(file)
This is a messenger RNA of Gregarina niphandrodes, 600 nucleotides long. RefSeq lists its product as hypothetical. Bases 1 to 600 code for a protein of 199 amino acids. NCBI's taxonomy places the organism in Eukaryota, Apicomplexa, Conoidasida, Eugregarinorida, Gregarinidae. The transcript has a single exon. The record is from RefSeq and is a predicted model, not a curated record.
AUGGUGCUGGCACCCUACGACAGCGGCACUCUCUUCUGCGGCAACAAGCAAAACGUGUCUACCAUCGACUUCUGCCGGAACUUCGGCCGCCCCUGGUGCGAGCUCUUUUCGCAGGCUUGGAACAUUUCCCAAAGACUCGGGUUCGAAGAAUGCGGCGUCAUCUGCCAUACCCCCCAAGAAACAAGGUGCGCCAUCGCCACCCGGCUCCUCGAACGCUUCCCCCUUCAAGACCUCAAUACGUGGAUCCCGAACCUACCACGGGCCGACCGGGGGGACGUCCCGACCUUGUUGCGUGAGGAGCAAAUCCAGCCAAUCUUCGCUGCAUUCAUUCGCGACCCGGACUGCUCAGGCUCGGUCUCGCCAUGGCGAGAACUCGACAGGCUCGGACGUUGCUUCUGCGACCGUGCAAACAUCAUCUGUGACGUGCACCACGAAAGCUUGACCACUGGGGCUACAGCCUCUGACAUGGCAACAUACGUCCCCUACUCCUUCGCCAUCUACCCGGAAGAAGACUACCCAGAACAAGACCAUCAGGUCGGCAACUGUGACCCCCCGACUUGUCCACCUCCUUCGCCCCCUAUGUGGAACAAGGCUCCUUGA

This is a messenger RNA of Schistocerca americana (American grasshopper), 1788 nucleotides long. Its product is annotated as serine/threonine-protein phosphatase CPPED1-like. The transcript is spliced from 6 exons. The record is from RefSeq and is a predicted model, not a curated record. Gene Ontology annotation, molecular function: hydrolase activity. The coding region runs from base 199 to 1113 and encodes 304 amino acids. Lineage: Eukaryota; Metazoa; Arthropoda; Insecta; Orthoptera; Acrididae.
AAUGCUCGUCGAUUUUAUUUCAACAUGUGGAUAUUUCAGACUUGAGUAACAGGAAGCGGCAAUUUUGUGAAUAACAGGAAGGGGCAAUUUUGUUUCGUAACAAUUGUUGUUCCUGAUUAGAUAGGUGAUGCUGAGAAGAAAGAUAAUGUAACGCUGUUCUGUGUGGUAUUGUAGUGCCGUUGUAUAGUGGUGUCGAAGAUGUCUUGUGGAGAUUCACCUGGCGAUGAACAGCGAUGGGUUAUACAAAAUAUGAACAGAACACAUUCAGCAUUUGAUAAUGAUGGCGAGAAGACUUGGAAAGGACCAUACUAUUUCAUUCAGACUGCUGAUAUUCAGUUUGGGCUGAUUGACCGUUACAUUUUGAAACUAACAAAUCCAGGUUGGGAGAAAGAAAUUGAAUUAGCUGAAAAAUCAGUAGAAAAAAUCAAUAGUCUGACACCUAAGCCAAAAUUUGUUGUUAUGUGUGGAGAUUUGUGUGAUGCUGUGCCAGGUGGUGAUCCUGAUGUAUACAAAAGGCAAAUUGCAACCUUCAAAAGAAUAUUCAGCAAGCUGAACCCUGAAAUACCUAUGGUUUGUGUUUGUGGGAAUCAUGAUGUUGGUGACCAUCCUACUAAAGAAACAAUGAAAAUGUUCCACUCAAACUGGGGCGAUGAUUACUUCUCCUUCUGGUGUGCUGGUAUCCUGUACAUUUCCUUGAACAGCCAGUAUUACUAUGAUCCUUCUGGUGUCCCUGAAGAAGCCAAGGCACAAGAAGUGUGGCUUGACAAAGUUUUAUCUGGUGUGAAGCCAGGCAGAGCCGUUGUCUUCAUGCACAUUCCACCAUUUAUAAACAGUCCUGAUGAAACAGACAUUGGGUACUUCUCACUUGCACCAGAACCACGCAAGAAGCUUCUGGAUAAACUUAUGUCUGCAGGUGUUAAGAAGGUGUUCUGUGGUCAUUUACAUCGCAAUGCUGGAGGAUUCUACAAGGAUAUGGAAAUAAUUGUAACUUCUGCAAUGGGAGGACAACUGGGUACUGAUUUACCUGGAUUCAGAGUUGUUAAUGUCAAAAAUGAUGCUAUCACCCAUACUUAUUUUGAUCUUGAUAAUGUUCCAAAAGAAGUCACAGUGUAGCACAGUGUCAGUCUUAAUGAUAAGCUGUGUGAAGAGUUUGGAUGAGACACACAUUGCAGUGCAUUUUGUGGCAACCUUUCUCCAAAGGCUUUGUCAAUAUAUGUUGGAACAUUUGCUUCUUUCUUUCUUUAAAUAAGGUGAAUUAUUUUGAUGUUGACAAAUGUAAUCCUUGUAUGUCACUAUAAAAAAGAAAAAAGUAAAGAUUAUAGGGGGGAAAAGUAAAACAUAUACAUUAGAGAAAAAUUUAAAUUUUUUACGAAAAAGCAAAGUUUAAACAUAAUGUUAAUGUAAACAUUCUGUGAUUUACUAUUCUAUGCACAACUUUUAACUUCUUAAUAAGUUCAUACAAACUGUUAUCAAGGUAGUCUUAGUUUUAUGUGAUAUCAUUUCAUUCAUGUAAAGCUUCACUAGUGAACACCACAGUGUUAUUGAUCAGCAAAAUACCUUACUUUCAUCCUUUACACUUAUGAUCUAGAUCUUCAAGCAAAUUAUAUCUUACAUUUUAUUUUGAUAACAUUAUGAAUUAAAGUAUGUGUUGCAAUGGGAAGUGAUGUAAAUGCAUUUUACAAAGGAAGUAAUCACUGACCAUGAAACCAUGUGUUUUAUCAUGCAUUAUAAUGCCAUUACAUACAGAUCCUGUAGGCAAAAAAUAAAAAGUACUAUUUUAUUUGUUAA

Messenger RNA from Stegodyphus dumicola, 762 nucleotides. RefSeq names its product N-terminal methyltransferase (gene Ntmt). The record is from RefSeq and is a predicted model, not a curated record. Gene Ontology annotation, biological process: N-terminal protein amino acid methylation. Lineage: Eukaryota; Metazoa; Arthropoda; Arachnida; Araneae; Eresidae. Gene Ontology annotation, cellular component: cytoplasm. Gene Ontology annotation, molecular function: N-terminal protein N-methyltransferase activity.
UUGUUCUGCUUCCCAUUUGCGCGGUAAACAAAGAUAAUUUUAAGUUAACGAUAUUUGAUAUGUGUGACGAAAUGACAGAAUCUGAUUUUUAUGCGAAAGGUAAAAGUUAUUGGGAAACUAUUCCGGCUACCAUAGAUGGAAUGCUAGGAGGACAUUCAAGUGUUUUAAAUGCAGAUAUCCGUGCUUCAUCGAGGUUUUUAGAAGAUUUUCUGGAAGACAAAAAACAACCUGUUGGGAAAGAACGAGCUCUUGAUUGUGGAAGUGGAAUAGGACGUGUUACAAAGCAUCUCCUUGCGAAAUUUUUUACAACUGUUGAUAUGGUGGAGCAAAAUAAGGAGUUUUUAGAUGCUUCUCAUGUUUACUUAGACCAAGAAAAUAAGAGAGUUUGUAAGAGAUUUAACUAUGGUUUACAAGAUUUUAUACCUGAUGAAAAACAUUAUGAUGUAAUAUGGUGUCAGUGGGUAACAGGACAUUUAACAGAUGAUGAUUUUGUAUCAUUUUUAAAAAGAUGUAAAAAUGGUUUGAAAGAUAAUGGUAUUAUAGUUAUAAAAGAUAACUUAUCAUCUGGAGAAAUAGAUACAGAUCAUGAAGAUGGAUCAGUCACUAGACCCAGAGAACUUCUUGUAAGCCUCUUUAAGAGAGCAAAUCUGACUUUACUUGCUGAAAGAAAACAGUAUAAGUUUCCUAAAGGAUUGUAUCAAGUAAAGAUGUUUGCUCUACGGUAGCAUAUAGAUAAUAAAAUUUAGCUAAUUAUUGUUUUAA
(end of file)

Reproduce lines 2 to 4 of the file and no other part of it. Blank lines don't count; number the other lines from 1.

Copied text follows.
AUGGUGCUGGCACCCUACGACAGCGGCACUCUCUUCUGCGGCAACAAGCAAAACGUGUCUACCAUCGACUUCUGCCGGAACUUCGGCCGCCCCUGGUGCGAGCUCUUUUCGCAGGCUUGGAACAUUUCCCAAAGACUCGGGUUCGAAGAAUGCGGCGUCAUCUGCCAUACCCCCCAAGAAACAAGGUGCGCCAUCGCCACCCGGCUCCUCGAACGCUUCCCCCUUCAAGACCUCAAUACGUGGAUCCCGAACCUACCACGGGCCGACCGGGGGGACGUCCCGACCUUGUUGCGUGAGGAGCAAAUCCAGCCAAUCUUCGCUGCAUUCAUUCGCGACCCGGACUGCUCAGGCUCGGUCUCGCCAUGGCGAGAACUCGACAGGCUCGGACGUUGCUUCUGCGACCGUGCAAACAUCAUCUGUGACGUGCACCACGAAAGCUUGACCACUGGGGCUACAGCCUCUGACAUGGCAACAUACGUCCCCUACUCCUUCGCCAUCUACCCGGAAGAAGACUACCCAGAACAAGACCAUCAGGUCGGCAACUGUGACCCCCCGACUUGUCCACCUCCUUCGCCCCCUAUGUGGAACAAGGCUCCUUGA

This is a messenger RNA of Schistocerca americana (American grasshopper), 1788 nucleotides long. Its product is annotated as serine/threonine-protein phosphatase CPPED1-like. The transcript is spliced from 6 exons. The record is from RefSeq and is a predicted model, not a curated record. Gene Ontology annotation, molecular function: hydrolase activity. The coding region runs from base 199 to 1113 and encodes 304 amino acids. Lineage: Eukaryota; Metazoa; Arthropoda; Insecta; Orthoptera; Acrididae.
AAUGCUCGUCGAUUUUAUUUCAACAUGUGGAUAUUUCAGACUUGAGUAACAGGAAGCGGCAAUUUUGUGAAUAACAGGAAGGGGCAAUUUUGUUUCGUAACAAUUGUUGUUCCUGAUUAGAUAGGUGAUGCUGAGAAGAAAGAUAAUGUAACGCUGUUCUGUGUGGUAUUGUAGUGCCGUUGUAUAGUGGUGUCGAAGAUGUCUUGUGGAGAUUCACCUGGCGAUGAACAGCGAUGGGUUAUACAAAAUAUGAACAGAACACAUUCAGCAUUUGAUAAUGAUGGCGAGAAGACUUGGAAAGGACCAUACUAUUUCAUUCAGACUGCUGAUAUUCAGUUUGGGCUGAUUGACCGUUACAUUUUGAAACUAACAAAUCCAGGUUGGGAGAAAGAAAUUGAAUUAGCUGAAAAAUCAGUAGAAAAAAUCAAUAGUCUGACACCUAAGCCAAAAUUUGUUGUUAUGUGUGGAGAUUUGUGUGAUGCUGUGCCAGGUGGUGAUCCUGAUGUAUACAAAAGGCAAAUUGCAACCUUCAAAAGAAUAUUCAGCAAGCUGAACCCUGAAAUACCUAUGGUUUGUGUUUGUGGGAAUCAUGAUGUUGGUGACCAUCCUACUAAAGAAACAAUGAAAAUGUUCCACUCAAACUGGGGCGAUGAUUACUUCUCCUUCUGGUGUGCUGGUAUCCUGUACAUUUCCUUGAACAGCCAGUAUUACUAUGAUCCUUCUGGUGUCCCUGAAGAAGCCAAGGCACAAGAAGUGUGGCUUGACAAAGUUUUAUCUGGUGUGAAGCCAGGCAGAGCCGUUGUCUUCAUGCACAUUCCACCAUUUAUAAACAGUCCUGAUGAAACAGACAUUGGGUACUUCUCACUUGCACCAGAACCACGCAAGAAGCUUCUGGAUAAACUUAUGUCUGCAGGUGUUAAGAAGGUGUUCUGUGGUCAUUUACAUCGCAAUGCUGGAGGAUUCUACAAGGAUAUGGAAAUAAUUGUAACUUCUGCAAUGGGAGGACAACUGGGUACUGAUUUACCUGGAUUCAGAGUUGUUAAUGUCAAAAAUGAUGCUAUCACCCAUACUUAUUUUGAUCUUGAUAAUGUUCCAAAAGAAGUCACAGUGUAGCACAGUGUCAGUCUUAAUGAUAAGCUGUGUGAAGAGUUUGGAUGAGACACACAUUGCAGUGCAUUUUGUGGCAACCUUUCUCCAAAGGCUUUGUCAAUAUAUGUUGGAACAUUUGCUUCUUUCUUUCUUUAAAUAAGGUGAAUUAUUUUGAUGUUGACAAAUGUAAUCCUUGUAUGUCACUAUAAAAAAGAAAAAAGUAAAGAUUAUAGGGGGGAAAAGUAAAACAUAUACAUUAGAGAAAAAUUUAAAUUUUUUACGAAAAAGCAAAGUUUAAACAUAAUGUUAAUGUAAACAUUCUGUGAUUUACUAUUCUAUGCACAACUUUUAACUUCUUAAUAAGUUCAUACAAACUGUUAUCAAGGUAGUCUUAGUUUUAUGUGAUAUCAUUUCAUUCAUGUAAAGCUUCACUAGUGAACACCACAGUGUUAUUGAUCAGCAAAAUACCUUACUUUCAUCCUUUACACUUAUGAUCUAGAUCUUCAAGCAAAUUAUAUCUUACAUUUUAUUUUGAUAACAUUAUGAAUUAAAGUAUGUGUUGCAAUGGGAAGUGAUGUAAAUGCAUUUUACAAAGGAAGUAAUCACUGACCAUGAAACCAUGUGUUUUAUCAUGCAUUAUAAUGCCAUUACAUACAGAUCCUGUAGGCAAAAAAUAAAAAGUACUAUUUUAUUUGUUAA